Re·spect v. t. [imp. & p. p. Respected; p. pr. & vb. n. Respecting.]
1. To take notice of; to regard with special attention; to regard as worthy of special consideration; hence, to care for; to heed.
Thou respectest not spilling Edward's blood. --Shak.
In orchards and gardens, we do not so much respect beauty as variety of ground for fruits, trees, and herbs. --Bacon.
2. To consider worthy of esteem; to regard with honor. “I do respect thee as my soul.”
3. To look toward; to front upon or toward. [Obs.]
Palladius adviseth the front of his house should so respect the ░░uth. --Sir T. Browne.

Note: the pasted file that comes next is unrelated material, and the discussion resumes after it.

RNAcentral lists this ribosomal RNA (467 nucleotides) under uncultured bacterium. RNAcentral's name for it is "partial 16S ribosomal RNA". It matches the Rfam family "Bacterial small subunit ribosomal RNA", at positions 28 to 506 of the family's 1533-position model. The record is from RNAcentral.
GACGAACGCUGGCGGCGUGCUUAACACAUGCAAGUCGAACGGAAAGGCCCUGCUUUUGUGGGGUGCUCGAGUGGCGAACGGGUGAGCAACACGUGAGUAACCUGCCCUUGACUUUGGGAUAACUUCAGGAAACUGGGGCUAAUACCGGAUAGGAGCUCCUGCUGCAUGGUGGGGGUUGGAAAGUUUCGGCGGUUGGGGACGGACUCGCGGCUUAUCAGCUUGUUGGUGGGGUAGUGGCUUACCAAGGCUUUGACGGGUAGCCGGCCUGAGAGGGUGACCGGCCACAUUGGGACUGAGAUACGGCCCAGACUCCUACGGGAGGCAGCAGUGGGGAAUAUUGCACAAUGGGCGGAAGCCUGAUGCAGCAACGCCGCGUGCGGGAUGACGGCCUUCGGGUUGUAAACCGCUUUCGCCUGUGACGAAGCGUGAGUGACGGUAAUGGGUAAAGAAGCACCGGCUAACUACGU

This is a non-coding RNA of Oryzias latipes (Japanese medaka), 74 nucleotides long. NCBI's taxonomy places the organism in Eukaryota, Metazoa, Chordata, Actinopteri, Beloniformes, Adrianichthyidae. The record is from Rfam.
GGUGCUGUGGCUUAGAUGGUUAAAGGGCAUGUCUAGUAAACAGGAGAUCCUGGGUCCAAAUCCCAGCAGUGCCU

4. To regard; to consider; to deem. [Obs.]
To whom my father gave this name of Gaspar,
And as his own respected him to death. --B. Jonson.
5. To have regard to; to have reference to; to relate to; as, the treaty particularly respects our commerce.
As respects, as regards; with regard to; as to. --Macaulay.
To respect the person or To respect the persons, to favor a person, or persons on corrupt grounds; to show partiality. “Ye shall not respect persons in judgment.” --Deut. i. 17.
Syn: -- To regard; esteem; honor; revere; venerate.
adj 1: receiving deferential regard; "a respected family" [syn: well-thought-of]
2: having or worthy of pride; "redoubtable scholar of the
Renaissance"; "born of a redoubtable family" [syn: glorious,